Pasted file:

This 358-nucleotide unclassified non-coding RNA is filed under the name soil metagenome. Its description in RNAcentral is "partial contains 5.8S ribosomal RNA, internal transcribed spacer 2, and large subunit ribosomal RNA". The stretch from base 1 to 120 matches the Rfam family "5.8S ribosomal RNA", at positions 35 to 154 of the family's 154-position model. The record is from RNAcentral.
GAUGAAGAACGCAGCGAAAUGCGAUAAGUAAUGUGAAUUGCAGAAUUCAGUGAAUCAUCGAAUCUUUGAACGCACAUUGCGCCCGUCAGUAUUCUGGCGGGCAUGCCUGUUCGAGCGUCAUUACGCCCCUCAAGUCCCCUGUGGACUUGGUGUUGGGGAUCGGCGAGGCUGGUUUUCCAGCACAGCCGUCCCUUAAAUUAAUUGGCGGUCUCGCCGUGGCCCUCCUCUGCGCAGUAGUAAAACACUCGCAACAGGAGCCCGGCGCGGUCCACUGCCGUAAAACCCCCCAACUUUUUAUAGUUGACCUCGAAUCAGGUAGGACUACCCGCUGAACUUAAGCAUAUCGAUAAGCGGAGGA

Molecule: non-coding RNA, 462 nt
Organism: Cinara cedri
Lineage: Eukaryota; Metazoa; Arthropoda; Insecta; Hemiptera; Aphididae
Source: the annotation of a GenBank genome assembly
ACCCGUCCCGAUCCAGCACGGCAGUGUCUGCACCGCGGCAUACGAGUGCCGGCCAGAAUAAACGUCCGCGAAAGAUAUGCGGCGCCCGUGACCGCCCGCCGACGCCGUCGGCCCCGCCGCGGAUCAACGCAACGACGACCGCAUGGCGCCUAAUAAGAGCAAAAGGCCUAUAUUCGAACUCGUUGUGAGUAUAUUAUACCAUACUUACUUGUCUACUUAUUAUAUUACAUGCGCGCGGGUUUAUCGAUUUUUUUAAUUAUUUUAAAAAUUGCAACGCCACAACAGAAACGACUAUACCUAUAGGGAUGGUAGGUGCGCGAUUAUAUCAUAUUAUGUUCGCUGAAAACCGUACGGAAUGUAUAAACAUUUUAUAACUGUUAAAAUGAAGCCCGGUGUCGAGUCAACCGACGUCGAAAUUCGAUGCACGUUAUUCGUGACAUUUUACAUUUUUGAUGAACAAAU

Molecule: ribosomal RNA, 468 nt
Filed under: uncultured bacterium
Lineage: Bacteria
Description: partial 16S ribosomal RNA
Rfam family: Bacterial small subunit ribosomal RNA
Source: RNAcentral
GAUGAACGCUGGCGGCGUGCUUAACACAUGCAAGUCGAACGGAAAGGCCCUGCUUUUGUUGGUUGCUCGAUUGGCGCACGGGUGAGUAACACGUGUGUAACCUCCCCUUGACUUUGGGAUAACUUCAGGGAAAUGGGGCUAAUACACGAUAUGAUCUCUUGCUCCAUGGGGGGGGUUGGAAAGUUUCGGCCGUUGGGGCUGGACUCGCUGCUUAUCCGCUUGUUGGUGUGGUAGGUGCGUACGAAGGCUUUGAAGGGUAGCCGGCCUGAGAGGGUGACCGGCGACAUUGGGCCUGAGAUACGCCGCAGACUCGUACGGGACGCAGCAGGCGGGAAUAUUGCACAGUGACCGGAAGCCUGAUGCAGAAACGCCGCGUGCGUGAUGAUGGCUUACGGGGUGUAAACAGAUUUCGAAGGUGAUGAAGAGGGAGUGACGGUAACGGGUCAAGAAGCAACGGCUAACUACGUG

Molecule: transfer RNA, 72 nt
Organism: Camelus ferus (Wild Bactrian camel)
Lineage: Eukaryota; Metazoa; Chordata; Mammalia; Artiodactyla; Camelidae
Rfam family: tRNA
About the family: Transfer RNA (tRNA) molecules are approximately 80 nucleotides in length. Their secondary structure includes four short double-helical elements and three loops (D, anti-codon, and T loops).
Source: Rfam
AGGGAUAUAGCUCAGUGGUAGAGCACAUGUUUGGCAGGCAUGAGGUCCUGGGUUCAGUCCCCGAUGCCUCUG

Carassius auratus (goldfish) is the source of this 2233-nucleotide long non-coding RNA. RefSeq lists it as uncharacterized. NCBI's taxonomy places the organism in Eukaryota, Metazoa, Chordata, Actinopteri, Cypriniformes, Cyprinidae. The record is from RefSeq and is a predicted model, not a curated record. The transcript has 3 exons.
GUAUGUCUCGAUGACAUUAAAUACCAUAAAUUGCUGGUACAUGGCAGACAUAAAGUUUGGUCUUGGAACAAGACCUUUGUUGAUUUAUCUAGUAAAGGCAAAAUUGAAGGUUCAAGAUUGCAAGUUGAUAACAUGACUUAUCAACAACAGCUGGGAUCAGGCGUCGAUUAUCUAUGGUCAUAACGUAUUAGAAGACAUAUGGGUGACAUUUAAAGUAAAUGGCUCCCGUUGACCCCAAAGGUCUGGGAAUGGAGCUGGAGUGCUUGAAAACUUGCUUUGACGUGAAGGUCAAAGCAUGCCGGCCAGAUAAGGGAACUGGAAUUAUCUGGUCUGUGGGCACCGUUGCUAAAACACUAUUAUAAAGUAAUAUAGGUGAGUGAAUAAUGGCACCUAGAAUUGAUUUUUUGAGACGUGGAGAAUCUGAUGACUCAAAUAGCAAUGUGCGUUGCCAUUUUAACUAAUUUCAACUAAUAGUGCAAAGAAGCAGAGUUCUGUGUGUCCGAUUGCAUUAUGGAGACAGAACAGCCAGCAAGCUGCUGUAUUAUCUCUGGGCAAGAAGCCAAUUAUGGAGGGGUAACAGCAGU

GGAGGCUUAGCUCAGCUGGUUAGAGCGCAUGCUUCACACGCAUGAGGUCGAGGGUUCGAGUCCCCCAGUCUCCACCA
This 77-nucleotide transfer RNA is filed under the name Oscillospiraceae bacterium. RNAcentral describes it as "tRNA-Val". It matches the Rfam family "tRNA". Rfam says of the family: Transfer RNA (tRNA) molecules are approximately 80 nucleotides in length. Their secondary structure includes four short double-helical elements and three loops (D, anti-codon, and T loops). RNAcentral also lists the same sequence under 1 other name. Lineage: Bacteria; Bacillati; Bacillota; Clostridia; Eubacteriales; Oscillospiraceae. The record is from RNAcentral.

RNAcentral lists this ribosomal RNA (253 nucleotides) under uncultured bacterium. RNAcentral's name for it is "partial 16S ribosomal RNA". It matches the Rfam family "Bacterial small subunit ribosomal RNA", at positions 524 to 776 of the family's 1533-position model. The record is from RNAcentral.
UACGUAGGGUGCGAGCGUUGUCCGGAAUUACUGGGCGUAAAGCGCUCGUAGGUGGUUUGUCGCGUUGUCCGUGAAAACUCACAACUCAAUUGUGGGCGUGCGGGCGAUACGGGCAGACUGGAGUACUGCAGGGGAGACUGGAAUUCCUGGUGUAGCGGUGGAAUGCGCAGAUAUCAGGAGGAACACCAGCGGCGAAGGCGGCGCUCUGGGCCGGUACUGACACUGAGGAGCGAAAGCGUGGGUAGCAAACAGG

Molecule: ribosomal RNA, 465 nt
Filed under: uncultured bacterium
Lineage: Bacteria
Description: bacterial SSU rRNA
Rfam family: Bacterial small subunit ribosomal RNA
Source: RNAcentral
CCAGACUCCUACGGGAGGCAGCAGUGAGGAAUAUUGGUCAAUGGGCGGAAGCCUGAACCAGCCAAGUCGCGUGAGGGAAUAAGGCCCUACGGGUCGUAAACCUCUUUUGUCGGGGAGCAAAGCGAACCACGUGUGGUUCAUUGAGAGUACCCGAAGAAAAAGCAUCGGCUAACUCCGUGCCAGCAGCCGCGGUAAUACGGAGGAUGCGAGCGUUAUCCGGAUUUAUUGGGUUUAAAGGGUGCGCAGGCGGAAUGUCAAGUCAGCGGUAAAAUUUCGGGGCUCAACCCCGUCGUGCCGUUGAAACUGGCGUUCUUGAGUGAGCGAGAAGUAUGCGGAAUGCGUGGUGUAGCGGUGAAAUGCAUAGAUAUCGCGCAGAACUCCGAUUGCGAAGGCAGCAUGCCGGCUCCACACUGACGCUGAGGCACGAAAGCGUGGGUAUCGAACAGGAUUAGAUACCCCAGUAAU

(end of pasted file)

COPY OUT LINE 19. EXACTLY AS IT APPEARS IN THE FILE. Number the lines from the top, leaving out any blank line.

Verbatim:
About the family: Transfer RNA (tRNA) molecules are approximately 80 nucleotides in length. Their secondary structure includes four short double-helical elements and three loops (D, anti-codon, and T loops).